Henry VII defeated Anne of Cleves in our last match-up, while Henry FitzAlan passed by Thomas Seymour. If today’s contestants entered a high school superlative race, they would likely compete for the prize of “most likely to be accused of treason.” Read on to find out why!
Battle of the Earls: Edward Courtenay vs. Gerald FitzGerald
Edward Courtenay, 1st Earl of Devon
Date: 1527 – September 18, 1556
Strengths: Edward’s childhood was initially a pleasant one, as he benefited from his father’s position at court and his mother’s friendship with Catherine of Aragon. The family’s imprisonment in 1538 seemed to spell doom, but Edward was released upon Mary Tudor’s rise to the throne. He became one of the queen’s favorites, and regained his family’s lost titles and lands. It was even suggested that he become a suitor to Mary I. Later on, his name was tied to Elizabeth Tudor’s name as a possible marriage match.
Weaknesses: Courtenay would lose Mary’s favor during Wyatt’s Rebellion. He was suspected of conspiring with Wyatt and of planning his own uprising. Once again, he was placed in the Tower, but he was eventually released. Luckily for him (and for Elizabeth), it was decided that there was not enough evidence to tie him to Wyatt. For the rest of his life, Courtenay would live as an exile abroad in Europe.
Manner of death: Natural, while abroad.
Gerald FitzGerald, 15th Earl of Desmond
Date: 1533 (a contemporary of Elizabeth’s) – November 11, 1583
Strengths: In the tradition of fostering, Gerald was meant to be a companion to Edward VI. Whether or not this could have affected the future of Anglo-Irish relations is not known, as the agreement fell through. Due to issues in Ireland, Gerald would find himself called to London during Elizabeth I’s reign. He was incarcerated in the Tower of London, but by placing his young son in Elizabeth’s hand, Gerald made a political promise for his good behavior. He was then allowed to return to Ireland.
Weaknesses: Ireland at this time was a political volcano: violent competition for lands and military dominance was ever present, the English government’s centralizing reforms irritated the lords, religious changes exacerbated troubles, and Spain saw the potential of the situation. Gerald was drawn into these troubles, and became a leader in the Desmond Rebellions of 1579. He was eventually forced to go on the run. Although he maintained a large following, another clan took him by surprise and beheaded him. Queen Elizabeth rewarded the clan leader for his service. She also held FitzGerald’s son, James, in the Tower of London for the next sixteen years.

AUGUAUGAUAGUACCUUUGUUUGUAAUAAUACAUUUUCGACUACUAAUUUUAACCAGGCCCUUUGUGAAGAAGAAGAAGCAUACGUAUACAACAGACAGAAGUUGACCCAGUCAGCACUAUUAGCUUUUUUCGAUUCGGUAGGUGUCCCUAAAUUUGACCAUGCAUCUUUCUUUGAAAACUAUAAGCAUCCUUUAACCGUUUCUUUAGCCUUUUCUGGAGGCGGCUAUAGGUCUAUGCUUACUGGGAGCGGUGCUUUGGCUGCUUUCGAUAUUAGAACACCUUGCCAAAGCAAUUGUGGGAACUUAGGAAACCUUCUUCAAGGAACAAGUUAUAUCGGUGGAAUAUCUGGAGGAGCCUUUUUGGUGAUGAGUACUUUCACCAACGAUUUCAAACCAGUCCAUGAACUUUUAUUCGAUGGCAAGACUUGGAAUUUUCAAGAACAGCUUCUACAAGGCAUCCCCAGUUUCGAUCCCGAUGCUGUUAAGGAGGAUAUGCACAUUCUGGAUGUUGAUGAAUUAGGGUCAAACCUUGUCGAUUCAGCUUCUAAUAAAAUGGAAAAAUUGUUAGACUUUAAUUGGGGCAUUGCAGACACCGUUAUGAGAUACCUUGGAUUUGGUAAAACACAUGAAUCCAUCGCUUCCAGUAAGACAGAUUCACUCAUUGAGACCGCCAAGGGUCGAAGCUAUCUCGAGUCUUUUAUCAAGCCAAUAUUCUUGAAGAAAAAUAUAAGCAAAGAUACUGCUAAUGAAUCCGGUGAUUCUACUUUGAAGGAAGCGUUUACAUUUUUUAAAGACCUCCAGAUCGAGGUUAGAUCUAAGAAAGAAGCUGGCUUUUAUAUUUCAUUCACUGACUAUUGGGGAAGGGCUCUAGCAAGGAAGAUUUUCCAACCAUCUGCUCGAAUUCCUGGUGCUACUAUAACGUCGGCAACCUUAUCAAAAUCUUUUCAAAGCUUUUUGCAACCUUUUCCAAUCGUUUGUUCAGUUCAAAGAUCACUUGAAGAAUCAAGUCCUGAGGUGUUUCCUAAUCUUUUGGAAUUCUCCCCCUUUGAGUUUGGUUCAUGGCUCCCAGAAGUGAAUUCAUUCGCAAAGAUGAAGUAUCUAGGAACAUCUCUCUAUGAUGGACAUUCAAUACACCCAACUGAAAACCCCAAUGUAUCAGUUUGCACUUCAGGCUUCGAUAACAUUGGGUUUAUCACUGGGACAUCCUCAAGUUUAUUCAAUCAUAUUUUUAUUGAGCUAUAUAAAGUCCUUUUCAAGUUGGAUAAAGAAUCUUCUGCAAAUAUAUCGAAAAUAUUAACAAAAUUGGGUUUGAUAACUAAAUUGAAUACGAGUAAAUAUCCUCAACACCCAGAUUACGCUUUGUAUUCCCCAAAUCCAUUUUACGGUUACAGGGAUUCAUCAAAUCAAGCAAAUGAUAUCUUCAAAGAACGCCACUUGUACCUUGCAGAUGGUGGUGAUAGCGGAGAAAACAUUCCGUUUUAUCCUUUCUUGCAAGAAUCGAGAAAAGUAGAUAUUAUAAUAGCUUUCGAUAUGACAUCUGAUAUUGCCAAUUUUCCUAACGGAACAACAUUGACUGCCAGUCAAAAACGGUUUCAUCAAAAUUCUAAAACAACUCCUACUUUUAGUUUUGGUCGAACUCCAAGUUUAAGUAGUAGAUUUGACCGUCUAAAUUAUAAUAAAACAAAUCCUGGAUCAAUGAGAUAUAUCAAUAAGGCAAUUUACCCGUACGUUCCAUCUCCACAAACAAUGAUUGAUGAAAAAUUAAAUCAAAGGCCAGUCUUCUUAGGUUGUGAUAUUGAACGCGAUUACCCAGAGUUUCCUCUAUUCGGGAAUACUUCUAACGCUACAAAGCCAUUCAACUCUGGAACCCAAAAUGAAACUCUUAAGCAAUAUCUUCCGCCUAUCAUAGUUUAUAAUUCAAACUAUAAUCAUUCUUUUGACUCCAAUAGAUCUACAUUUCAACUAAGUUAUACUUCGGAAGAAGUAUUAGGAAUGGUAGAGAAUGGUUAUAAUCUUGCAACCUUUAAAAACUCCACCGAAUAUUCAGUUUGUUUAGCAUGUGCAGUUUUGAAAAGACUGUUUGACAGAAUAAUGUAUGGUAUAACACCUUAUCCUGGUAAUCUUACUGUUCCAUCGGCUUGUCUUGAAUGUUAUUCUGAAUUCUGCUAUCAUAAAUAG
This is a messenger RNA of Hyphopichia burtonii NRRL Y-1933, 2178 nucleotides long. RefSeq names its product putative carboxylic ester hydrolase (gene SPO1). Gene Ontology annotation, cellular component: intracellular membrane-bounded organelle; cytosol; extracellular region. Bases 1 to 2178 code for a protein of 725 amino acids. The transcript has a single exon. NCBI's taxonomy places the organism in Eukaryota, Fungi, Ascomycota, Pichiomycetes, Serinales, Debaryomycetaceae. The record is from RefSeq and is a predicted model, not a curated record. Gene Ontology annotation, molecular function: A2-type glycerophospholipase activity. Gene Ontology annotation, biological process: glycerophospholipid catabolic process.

Manner of death: Beheaded (by surprise)
Close to the Crown: John de la Pole vs. Guildford Dudley
John de la Pole, 1st Earl of Lincoln
Date: 146(2-4) – June 16, 1487
Strengths: As a grandson of Richard Plantagenet, and as a nephew of both Edward IV and Richard III, John held a considerable amount of power. In his veins flowed royal blood, and thus he had his own claim to the throne. However, when the pretender Lambert Simnel was presented as one of the lost Princes in the Tower, John supported his claim. With Burgundian gold supplied by his aunt Margaret, he paid to land a German mercenary force of 2,000 troops in England. In Dublin, John picked up more forces and crowned Simnel as king (but not under the name of King Lambert, of course). Moving into England, John gained more supporters.
Weaknesses: Ultimately, John’s plans failed him. At the Battle of Stoke in 1487, John’s forces fell in battle, as did John.
Manner of death: In battle (and posthumously attainted)
Guildford Dudley, husband to Lady Jane Grey
Date: 1535 – February 12, 1554
Strengths: Guildford’s father was one of the most powerful men in the land when he became Lord President of the Privy Council in 1550. Guildford found himself married to Lady Jane Grey in 1553, a powerful arrangement considering how close Jane stood to the throne. Indeed, thanks to the “Device of the Succession,” he was momentarily the husband of the “Nine Days Queen.”
Weaknesses: Despite being Jane’s husband, Guildford was not made king – Jane would only consent to him becoming the Duke of Clarence. Things then took a turn for the worse when Mary Tudor raised her supporters and proclaimed herself Queen. Initially, it looked as if Mary would spare both Guildford and Jane. The crisis of Wyatt’s Rebellion in 1554, however, hardened the forgiving attitude towards the young couple. The result was an order of execution.
Manner of death: Beheaded